What’s Diethylene Glycol?

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Diethylene glycol (DEG) is a versatile organic compound used in various industrial applications, including polyurethane plastic manufacturing, natural gas production, and as a solvent. It is also used in tobacco and cork manufacturing, printing inks, and glues. DEG has a high flash point, low freezing point, and high boiling point, making it useful for cooling and heat transfer. China consumes one-third of the worldwide demand for ethylene glycol, with monoethylene glycol (MEG) meeting 90% of the market needs. DEG is a precursor to MEG and triethylene glycol. DEG is also used in hair dyes and cleaners, but its health risks are well established, including nausea, vomiting, and brain damage. It is universally restricted from being used as a food additive.

Diethylene glycol, or DEG, is a colorless liquid organic compound at room temperature produced by the interaction of ethylene glycol and triethylene glycol. It is used in a wide variety of industrial applications, including as a compound in polyurethane plastic manufacturing, natural gas production, and as a solvent. Diethylene glycol’s ability to act as a humectant where it absorbs water or helps other materials do so has also led to its use in tobacco and cork manufacturing as well as printing inks and glues.

DEG is non-corrosive and has a high flash point of between 309° and 617° Fahrenheit (154°-325° Celsius), so it can be stored in stainless steel drums and does not catch fire easily. These traits, along with its low freezing point of 16° Fahrenheit (-9° Celsius) and high boiling point of between 473° and 885° Fahrenheit (245° to 474° Celsius) also give it uses in applications for cooling, such as for some antifreeze solutions and as a heat transfer fluid. Other high-stress applications for diethylene glycol include manufacturing explosives and as a brake and hydraulic fluid.

There is worldwide demand for nearly 24,000,000 tons of ethylene glycol annually as of 2010, and China consumes about one-third of this supply. Monoethylene glycol (MEG) meets 90% of the market needs, and diethylene glycol and triethylene glycol are produced as supplementary chemicals in the production process. Most of the MEG, about 85%, is used to make polyester fiber for clothing and related plastics. Production capacity has been increasing at a rapid pace and the world household chemical market, in 2010-2011, is estimated to be in excess of 3,500,000 tons.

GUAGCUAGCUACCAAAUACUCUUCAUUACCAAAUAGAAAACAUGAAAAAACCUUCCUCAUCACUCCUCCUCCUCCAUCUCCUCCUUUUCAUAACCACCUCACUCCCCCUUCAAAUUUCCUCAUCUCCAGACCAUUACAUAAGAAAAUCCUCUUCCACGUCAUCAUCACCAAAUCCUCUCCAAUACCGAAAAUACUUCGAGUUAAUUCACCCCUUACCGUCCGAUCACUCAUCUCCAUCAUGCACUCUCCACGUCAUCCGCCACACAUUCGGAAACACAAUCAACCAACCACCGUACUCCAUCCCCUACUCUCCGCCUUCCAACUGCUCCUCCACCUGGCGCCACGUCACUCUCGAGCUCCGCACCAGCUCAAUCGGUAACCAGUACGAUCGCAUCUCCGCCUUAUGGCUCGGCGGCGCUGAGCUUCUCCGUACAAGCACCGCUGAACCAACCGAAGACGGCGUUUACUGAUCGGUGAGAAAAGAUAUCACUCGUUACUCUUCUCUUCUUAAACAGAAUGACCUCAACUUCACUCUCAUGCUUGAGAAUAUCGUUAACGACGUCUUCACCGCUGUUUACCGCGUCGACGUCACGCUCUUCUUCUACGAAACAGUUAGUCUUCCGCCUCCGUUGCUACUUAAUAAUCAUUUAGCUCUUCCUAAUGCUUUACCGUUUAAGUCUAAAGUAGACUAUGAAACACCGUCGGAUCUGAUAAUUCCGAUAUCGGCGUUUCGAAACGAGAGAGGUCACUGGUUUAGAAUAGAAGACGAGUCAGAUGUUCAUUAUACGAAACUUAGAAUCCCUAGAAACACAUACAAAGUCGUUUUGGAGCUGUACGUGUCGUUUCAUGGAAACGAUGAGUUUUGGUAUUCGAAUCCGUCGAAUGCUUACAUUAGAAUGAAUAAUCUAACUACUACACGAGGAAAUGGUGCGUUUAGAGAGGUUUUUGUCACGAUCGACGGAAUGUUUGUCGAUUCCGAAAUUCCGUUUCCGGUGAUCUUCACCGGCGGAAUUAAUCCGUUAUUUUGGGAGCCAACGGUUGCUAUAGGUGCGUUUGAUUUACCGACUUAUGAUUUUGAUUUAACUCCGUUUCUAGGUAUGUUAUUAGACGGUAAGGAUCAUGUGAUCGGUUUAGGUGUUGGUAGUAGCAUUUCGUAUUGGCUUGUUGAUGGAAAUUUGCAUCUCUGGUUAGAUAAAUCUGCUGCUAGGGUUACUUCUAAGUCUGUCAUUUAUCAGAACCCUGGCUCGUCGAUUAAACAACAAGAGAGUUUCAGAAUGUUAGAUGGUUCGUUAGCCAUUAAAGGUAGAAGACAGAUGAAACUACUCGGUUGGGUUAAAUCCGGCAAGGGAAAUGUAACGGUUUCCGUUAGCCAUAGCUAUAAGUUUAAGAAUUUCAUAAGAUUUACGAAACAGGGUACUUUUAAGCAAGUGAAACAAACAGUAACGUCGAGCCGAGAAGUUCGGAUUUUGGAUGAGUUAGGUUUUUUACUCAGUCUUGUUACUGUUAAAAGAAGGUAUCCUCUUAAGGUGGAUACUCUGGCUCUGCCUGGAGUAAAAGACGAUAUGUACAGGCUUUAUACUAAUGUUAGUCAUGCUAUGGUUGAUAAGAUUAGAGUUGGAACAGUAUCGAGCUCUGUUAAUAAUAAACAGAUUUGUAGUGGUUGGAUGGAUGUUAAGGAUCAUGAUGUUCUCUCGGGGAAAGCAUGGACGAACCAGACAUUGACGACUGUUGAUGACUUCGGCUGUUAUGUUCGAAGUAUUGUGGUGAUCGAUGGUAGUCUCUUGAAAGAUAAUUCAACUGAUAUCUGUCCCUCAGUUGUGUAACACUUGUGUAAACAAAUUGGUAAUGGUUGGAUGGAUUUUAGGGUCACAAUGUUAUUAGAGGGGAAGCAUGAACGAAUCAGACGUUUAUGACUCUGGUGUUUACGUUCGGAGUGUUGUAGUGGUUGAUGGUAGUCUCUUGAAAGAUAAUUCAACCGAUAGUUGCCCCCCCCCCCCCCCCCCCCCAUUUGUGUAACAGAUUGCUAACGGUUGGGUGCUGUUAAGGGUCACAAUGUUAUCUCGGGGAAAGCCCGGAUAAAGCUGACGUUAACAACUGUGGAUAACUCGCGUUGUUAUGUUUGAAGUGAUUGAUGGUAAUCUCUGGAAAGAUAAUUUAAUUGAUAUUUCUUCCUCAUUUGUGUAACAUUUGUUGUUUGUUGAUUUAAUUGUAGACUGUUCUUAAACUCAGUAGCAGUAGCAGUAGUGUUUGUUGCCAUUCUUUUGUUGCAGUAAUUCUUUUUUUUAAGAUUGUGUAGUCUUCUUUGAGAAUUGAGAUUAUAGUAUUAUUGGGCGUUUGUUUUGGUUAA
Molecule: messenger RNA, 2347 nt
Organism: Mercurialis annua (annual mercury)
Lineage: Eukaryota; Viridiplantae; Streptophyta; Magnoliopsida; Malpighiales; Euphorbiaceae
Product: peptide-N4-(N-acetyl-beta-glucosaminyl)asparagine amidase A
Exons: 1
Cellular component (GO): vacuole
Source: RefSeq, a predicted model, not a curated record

A derivative compound using diethylene glycol, known as diethylene glycol monobutyl ether (DEGBE), is used as a solvent in hair dyes. It is being evaluated by the European Union through French research, for its safety where it is absorbed into the skin. A 2006 assessment has led to some French restrictions on its use, where concentrations of no more than 9% are allowed in hair products. By the mid-1990s, up to 50,000 tonnes of the chemical was being used in Europe as an ingredient in cleaners and surface coatings, such as paints.

The health risks of exposure to diethylene glycol itself are well established. Inhalation can cause nausea and vomiting, among many other symptoms, and ingestion can cause a form of alcohol poisoning and lead to seizures and death. Exposure is also known to have degenerative effects on many organs and biological systems in the human body, including brain damage. Due to the fact that diethylene glycol has been responsible for several cases of mass poisoning of people since 1937, it is universally restricted from being used as a food additive. However, the compound is present at a concentration of 0.2% as an impurity in polyethylene glycol, which is used as a food additive.

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